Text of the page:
Haftarah Parshat Tzav
(Malachi 3:4 – 23)
April 7, 2001
The Shabbat prior to the festival of Pesach is known as Shabbat Hagadol, the Great Sabbath. Among the reasons given for this name, two are particularly striking. The first, brought by the Kol Bo, an early 14th century rabbinic work, recounts that the very first mitzvah which God commanded the children of Israel was to select a sheep to sacrifice on the first Pesach (see Exodus 12,3). That day, the tenth day of Nisan, fell on Shabbat. What was so “great” about that Shabbat? Its message was that God did not want our ancestors to be passive recipients of His good will; rather, the redemption from Egypt required their active participation through the performance of a mitzvah – a divine command. God wanted them to be His partners in their redemption from Egypt.
Another tradition associates the name of this Shabbat with a verse from the special Haftarah for this day where Malachi, the last of the Biblical prophets, refers to the great and awesome day of the final redemption in the following words – Lo, I will send the prophet Elijah to you before the coming of the “great” and fearful day of the Lord (Malachi 3,23). This final redemption, according to tradition will also take place on Pesach.
If the redemption from Egypt required our ancestors to take an active role in determining their fate, how much more so should we be concerned with our role in our future redemption. When Malachi rebukes us for doing things which prevent our redemption – adultery, lying, and cheating workers, widows, strangers, and orphans (verse 5) – his intention is that we repair God’s world by mending our ways. For Malachi the formula for bringing about redemption is two pronged: loyalty to the Torah (verse 22) and reconciliation with our fellow people, especially within the context of the family (verse 24).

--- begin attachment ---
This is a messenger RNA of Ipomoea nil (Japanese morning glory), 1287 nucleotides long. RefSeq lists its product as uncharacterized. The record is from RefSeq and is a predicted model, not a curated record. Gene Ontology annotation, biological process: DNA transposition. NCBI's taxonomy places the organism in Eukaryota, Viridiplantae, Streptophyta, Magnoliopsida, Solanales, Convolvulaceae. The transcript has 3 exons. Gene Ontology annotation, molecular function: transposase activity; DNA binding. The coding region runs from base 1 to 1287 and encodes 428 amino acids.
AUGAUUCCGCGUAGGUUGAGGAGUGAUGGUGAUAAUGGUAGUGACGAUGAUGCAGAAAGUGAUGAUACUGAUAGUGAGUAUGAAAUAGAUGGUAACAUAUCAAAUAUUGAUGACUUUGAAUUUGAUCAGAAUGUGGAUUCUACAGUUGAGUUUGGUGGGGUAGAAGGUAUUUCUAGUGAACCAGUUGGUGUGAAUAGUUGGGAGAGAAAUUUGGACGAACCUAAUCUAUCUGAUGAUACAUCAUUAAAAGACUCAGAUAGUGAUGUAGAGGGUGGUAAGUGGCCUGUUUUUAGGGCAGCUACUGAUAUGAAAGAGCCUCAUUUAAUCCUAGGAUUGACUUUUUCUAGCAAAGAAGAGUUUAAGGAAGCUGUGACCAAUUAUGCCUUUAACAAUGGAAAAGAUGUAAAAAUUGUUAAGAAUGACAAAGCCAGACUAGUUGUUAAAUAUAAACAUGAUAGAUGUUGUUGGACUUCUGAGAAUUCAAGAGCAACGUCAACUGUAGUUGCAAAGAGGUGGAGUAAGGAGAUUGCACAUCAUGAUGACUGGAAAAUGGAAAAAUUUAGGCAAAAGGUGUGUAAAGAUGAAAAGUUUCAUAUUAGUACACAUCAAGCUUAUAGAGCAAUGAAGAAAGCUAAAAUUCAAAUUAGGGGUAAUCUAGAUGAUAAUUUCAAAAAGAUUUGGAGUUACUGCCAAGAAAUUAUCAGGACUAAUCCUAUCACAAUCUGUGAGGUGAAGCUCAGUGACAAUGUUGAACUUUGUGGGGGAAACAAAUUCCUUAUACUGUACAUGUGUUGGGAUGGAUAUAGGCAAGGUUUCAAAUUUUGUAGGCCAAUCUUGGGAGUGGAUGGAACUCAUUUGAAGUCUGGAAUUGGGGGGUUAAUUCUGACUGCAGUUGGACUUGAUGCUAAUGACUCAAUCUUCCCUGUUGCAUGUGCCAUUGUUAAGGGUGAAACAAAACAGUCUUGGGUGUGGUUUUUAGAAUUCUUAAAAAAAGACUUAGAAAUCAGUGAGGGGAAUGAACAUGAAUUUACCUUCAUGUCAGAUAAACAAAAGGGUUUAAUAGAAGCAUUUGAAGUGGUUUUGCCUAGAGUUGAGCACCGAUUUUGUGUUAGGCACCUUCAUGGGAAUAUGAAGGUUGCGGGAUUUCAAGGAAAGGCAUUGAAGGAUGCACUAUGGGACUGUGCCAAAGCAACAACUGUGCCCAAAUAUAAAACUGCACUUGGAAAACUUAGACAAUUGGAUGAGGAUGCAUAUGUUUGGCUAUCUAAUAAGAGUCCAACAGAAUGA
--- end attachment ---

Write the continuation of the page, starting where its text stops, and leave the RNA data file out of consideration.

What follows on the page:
God requires of us an active role in bettering His world, in order that it be worthy of redemption. This same message resounds both in the words of our first prophet, Moses, as well as in the words of the last of the prophets, Malachi. May this same message bring us together as God’s partners in redemption this Pesach.
This study piece is offered as a service of the United Synagogue Conservative Yeshiva. It is prepared by Rabbi Mordechai (Mitchell) Silverstein, senior lecturer in Talmud and Midrash at the Conservative Yeshiva. He is a graduate of the Jewish Theological Seminary of America.
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